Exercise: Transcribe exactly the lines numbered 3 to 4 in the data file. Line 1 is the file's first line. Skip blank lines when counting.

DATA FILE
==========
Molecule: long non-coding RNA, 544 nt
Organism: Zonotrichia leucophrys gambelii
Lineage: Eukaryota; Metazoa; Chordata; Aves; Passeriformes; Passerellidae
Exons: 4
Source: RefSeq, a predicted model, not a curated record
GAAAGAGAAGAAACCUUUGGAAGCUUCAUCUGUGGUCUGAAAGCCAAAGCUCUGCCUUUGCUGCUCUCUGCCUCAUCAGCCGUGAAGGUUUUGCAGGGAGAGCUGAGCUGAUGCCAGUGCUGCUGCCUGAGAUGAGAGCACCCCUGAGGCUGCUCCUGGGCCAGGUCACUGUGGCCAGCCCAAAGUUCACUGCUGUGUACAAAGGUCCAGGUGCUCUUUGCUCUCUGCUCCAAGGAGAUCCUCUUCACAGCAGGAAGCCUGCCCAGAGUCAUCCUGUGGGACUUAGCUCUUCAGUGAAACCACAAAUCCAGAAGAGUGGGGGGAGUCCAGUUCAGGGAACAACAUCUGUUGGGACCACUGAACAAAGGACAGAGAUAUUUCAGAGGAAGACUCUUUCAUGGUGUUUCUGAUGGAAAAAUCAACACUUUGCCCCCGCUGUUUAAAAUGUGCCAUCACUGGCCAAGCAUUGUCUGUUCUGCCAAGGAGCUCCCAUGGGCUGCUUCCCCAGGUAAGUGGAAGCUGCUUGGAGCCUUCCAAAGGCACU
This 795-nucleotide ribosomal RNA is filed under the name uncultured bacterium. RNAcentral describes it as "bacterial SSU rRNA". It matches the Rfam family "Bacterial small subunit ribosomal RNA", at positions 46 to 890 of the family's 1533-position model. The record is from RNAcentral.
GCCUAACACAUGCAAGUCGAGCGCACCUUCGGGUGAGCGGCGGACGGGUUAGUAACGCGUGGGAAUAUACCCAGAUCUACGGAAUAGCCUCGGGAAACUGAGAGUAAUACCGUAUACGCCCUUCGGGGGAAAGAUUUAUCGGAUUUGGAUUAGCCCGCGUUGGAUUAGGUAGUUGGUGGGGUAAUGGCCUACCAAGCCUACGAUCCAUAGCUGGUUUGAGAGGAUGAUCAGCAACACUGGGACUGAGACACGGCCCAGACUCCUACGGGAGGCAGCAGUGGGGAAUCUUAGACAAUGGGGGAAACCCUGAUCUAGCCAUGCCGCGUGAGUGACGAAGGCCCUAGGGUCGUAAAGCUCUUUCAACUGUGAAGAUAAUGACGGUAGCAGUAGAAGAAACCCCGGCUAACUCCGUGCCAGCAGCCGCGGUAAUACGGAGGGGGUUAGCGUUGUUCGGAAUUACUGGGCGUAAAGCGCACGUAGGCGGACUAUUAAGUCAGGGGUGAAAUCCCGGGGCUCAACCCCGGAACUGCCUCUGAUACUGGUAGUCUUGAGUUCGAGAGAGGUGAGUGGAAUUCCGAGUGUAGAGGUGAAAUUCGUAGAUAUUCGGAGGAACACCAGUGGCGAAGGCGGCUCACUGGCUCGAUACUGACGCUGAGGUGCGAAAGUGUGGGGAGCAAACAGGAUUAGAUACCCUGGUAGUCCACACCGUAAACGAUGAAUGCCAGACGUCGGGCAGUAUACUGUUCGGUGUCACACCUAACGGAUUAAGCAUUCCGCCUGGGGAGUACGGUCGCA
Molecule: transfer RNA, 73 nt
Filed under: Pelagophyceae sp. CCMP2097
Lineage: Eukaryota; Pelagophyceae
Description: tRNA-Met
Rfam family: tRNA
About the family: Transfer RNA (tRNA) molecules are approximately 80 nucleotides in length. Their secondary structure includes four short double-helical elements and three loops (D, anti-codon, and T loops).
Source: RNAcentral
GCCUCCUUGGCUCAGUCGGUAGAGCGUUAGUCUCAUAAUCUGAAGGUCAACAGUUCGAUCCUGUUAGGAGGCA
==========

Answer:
Lineage: Eukaryota; Metazoa; Chordata; Aves; Passeriformes; Passerellidae
Exons: 4